The Merauke Five are five Australian citizens who were detained by Indonesian authorities in the West Papuan town of Merauke for entering Indonesian territory without visas. The passengers were assured by the operator of the aircraft that visas were arranged and would be obtained upon arrival. Even without visas or security clearance, they were cleared to land by air traffic controllers, who were aware of their situation and assured them that a fine would be sufficient to clear the matter up. However, they were put in detention, then sentenced to jail.
The Merauke Five consisted of middle-aged Queenslanders – pilot William Scott-Bloxam, his wife Vera and passengers Keith Mortimer, Hubert Hofer and Karen Burke. The trip's intended purpose was part sightseeing and part business. Their arrival date was 12 September 2008.
After being sentenced to between two and three years' jail each, the group appealed the case in the Jayapura High Court, resulting in their freedom as the court overturned the jail sentence. When they arrived at the airport, however, they found their plane surrounded by Indonesian security, who had confiscated it on behalf of the prosecutors who lodged an appeal to overturn the High Court ruling. The plane, they said, was required for evidence. And as the court ruling stipulated they must leave in their own plane, the Merauke Five were trapped at Mopah Airport — too afraid to leave in case they would be charged again for other charges.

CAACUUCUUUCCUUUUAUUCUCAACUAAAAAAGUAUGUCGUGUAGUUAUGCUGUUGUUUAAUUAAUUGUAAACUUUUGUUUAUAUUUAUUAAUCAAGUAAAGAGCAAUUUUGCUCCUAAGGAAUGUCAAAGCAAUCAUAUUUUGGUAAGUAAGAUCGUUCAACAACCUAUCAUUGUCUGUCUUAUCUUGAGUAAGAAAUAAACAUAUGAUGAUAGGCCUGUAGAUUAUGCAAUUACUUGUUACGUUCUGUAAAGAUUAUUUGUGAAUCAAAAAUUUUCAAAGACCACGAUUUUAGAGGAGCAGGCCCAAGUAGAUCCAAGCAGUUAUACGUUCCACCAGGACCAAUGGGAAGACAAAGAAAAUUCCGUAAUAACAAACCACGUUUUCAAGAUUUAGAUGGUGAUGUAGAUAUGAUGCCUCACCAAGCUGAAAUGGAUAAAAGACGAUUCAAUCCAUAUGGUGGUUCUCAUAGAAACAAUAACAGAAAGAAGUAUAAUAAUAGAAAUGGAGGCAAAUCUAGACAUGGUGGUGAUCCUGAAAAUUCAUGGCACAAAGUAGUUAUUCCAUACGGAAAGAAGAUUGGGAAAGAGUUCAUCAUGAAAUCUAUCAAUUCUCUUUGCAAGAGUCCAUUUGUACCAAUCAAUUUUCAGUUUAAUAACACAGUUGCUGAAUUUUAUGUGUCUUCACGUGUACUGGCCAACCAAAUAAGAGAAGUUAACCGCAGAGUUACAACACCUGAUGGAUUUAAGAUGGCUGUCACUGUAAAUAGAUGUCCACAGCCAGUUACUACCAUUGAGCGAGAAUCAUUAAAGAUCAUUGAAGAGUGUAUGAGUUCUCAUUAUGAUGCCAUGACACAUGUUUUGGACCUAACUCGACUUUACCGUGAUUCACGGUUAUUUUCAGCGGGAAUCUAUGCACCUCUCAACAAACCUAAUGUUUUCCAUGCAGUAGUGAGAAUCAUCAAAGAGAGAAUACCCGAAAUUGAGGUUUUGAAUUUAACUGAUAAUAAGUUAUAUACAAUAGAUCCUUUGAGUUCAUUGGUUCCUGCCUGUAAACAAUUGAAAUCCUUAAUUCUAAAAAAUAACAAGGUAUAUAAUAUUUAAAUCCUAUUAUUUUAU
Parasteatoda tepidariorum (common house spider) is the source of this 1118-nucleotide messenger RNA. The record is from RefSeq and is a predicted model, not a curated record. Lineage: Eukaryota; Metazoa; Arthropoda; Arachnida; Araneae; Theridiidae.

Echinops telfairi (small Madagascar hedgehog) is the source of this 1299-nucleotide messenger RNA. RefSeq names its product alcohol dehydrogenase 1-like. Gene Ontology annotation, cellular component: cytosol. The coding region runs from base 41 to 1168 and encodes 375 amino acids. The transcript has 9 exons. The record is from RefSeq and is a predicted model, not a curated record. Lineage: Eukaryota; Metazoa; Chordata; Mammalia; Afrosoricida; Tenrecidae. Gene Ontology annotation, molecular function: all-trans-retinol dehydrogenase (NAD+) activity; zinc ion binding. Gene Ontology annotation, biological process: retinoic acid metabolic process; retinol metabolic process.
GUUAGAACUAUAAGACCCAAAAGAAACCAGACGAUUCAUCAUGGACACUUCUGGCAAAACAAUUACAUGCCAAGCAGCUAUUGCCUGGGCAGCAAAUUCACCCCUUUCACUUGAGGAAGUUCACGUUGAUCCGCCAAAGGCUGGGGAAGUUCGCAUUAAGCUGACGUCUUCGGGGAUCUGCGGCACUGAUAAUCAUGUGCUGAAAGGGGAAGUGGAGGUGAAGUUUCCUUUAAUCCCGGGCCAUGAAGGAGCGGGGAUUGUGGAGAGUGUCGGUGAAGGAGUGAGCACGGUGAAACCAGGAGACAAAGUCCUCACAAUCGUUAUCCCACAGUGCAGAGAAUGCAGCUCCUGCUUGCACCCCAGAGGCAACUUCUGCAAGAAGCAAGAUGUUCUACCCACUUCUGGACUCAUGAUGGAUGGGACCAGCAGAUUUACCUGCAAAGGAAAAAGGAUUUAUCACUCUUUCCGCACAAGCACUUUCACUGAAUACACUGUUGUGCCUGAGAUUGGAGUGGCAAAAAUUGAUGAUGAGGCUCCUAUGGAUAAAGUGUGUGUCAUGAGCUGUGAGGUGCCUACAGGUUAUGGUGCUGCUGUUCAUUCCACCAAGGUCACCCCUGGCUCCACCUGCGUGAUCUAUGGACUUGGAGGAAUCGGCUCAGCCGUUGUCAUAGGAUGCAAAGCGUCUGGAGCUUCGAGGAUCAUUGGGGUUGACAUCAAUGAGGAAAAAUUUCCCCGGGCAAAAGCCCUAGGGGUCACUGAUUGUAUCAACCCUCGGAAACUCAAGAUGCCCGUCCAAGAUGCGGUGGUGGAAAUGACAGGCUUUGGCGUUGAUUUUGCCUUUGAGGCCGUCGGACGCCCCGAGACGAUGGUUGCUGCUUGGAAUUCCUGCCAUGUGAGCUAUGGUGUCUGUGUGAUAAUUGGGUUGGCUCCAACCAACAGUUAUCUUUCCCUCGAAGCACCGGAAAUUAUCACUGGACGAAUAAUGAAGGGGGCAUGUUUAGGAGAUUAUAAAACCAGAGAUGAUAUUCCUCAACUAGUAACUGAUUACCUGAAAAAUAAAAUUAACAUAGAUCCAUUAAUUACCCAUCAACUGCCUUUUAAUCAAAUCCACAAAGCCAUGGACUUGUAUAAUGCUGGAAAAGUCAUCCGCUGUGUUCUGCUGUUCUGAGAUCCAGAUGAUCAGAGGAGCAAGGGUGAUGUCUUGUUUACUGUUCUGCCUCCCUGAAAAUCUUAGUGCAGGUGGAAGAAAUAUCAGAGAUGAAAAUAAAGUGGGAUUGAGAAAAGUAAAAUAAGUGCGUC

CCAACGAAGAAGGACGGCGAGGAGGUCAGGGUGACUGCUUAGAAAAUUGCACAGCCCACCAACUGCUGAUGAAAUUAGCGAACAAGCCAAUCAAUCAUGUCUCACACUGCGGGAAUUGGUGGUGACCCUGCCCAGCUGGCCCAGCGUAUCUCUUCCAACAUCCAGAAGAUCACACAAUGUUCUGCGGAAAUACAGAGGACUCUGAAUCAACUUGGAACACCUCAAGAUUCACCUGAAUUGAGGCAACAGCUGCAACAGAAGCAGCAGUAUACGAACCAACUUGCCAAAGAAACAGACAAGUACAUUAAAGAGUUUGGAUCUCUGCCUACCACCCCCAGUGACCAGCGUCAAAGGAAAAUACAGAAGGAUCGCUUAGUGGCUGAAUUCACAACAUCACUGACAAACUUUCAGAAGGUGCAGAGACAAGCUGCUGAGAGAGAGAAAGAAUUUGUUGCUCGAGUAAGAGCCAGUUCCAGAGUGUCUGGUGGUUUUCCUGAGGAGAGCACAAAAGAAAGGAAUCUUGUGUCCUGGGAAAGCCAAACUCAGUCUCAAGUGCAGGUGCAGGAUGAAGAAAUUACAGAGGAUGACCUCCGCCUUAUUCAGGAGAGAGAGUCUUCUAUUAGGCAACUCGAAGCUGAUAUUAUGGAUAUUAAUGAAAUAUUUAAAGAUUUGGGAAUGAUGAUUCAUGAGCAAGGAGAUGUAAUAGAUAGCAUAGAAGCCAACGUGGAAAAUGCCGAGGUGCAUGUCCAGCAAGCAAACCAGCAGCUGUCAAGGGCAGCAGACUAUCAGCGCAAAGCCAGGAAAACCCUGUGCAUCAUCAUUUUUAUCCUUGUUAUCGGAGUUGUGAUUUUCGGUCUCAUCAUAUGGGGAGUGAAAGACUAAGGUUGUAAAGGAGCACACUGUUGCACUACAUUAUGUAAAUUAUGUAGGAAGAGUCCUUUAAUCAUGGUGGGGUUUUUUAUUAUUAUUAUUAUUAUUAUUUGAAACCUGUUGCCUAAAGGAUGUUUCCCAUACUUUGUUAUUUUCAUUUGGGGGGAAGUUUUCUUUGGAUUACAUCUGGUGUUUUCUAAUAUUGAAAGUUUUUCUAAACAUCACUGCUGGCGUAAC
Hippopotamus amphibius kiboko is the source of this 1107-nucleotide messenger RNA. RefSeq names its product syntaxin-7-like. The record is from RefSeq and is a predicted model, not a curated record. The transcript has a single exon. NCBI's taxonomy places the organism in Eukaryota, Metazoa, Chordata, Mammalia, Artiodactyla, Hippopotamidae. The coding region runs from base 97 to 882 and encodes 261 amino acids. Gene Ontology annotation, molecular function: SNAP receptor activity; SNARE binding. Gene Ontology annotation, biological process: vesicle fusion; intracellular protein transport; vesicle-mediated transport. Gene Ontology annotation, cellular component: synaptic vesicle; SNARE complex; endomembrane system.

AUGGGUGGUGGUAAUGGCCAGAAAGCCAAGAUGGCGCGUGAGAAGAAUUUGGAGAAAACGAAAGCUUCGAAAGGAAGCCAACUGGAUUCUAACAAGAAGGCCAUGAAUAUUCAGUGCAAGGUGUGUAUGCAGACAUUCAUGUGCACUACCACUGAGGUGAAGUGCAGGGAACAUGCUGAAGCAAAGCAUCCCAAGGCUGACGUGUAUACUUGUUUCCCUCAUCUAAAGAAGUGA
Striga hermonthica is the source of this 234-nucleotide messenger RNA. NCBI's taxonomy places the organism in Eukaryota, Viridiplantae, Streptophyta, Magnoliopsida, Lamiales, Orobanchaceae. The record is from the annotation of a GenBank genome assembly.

Defence lawyer Mohammad Rifan told AAP (Australian Associated Press) that under Indonesian law, the prosecutors were not permitted to appeal against a High Court decision. "Under the law of the criminal code, 'article 244', if the court orders the release as soon as possible, right now, you cannot appeal to the Supreme Court," he said. "If this happened for an Indonesian national, they would be free straight away. Why not for an Australian national?"
But an Indonesian law expert in Australia said that while it is true the country does not allow appeal of absolute acquittals, they do allow it in other cases — such as, for example, if someone is acquitted because they were found to be under duress. "The question is whether the Merauke Five's is an absolute acquittal for the purposes of Indonesian law", said Director of the Asian Law Centre at Melbourne University, Professor Tim Lindsey. "That will be a first issue that will be raised when the issue comes back before the courts."
Lindsey noted, however, that Indonesian courts have been "quite inconsistent in how they interpret article '244', and have tended to read it in a way that will allow the appeal to go ahead". He also said that in Australia, it is unusual for a prosecutor to appeal.